Gaby Scanlon, from Heysham, Lancashire, was celebrating a 'low-key' 18th birthday with friends at Oscar's Wine Bar and Bistro in Lancaster in October 2012 when she drank the shot Nitro-Jagermeister.
Today, Oscar's Wine Bar pleaded guilty at Preston Crown Court to failing in the duty of an employer to ensure the safety of persons not in its employment and failing to ensure there was a safe system in place to prevent customers being exposed to injury from the consumption of the drink.
Welcoming the plea, the law firm representing Miss Scanlon and her family said the incident had "completely changed" the life of their client and that the effects had been "severe".
Patricia Noone, from Slater and Gordon, said:
"Gaby was an ordinary teenager with a bright future in front of her, but what happened on 4th October 2012, on what was intended as a low-key celebration for her 18th birthday, completely changed her life."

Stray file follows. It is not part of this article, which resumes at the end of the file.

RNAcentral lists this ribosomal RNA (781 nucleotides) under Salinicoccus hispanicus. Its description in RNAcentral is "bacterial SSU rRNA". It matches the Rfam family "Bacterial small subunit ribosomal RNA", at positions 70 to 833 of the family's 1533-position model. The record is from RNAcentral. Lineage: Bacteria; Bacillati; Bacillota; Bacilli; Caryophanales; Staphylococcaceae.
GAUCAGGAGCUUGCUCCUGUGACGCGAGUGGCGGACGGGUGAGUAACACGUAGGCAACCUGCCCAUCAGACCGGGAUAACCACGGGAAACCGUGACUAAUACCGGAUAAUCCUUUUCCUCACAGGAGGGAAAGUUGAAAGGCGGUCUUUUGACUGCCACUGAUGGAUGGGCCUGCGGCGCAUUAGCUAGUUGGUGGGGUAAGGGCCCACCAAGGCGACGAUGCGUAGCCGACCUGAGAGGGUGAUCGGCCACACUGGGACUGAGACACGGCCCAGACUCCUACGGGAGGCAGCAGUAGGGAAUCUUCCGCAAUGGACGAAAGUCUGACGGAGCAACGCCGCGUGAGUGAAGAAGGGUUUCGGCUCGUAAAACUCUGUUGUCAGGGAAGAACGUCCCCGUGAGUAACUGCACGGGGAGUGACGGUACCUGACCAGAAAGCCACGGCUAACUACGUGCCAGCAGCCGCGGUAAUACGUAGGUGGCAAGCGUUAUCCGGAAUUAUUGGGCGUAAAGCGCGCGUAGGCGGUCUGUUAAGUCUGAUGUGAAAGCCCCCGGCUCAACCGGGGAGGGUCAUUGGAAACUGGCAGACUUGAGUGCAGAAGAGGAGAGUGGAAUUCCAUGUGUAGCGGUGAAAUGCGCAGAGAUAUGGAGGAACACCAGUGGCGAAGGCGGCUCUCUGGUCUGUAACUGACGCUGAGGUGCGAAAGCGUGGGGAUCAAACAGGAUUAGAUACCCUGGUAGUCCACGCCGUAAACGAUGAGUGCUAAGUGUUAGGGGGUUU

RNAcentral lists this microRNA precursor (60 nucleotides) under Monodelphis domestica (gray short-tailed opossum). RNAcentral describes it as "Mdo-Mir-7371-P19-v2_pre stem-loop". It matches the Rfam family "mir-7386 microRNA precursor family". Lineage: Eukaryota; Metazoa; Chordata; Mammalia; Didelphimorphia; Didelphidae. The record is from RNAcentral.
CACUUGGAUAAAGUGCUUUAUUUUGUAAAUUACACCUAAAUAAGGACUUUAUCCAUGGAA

"She now suffers episodes of agonising pain and has been hospitalised several times. She has to avoid certain foods and can no longer enjoy eating, finding it hard to judge when she is full. She can only eat little and often and sometimes has to get up and snack several times during the night."
"She is unable to work full-time due to her lack of energy and frequent illness, and understandably her condition and the knowledge that crippling pain could attack her at any time has left her anxious."
"Gaby is a brave and determined young woman but there is no doubt that the effect on her has been severe. She has had to watch all her friends go off to university while she struggles to get her life back on track."
"Her hope and ours is that this serves as a warning to all bars and restaurants who must take responsibility for what they are serving to members of the public."
"It's reasonable to assume that what you are given in a bar or a restaurant is safe and they are legally obliged to make sure that is the case."
Oscar's Wine Bar Limited will be sentenced on September 17.
A wine bar has admitted health and safety failings which left an 18-year-old girl in hospital after she drank a cocktail containing liquid nitrogen.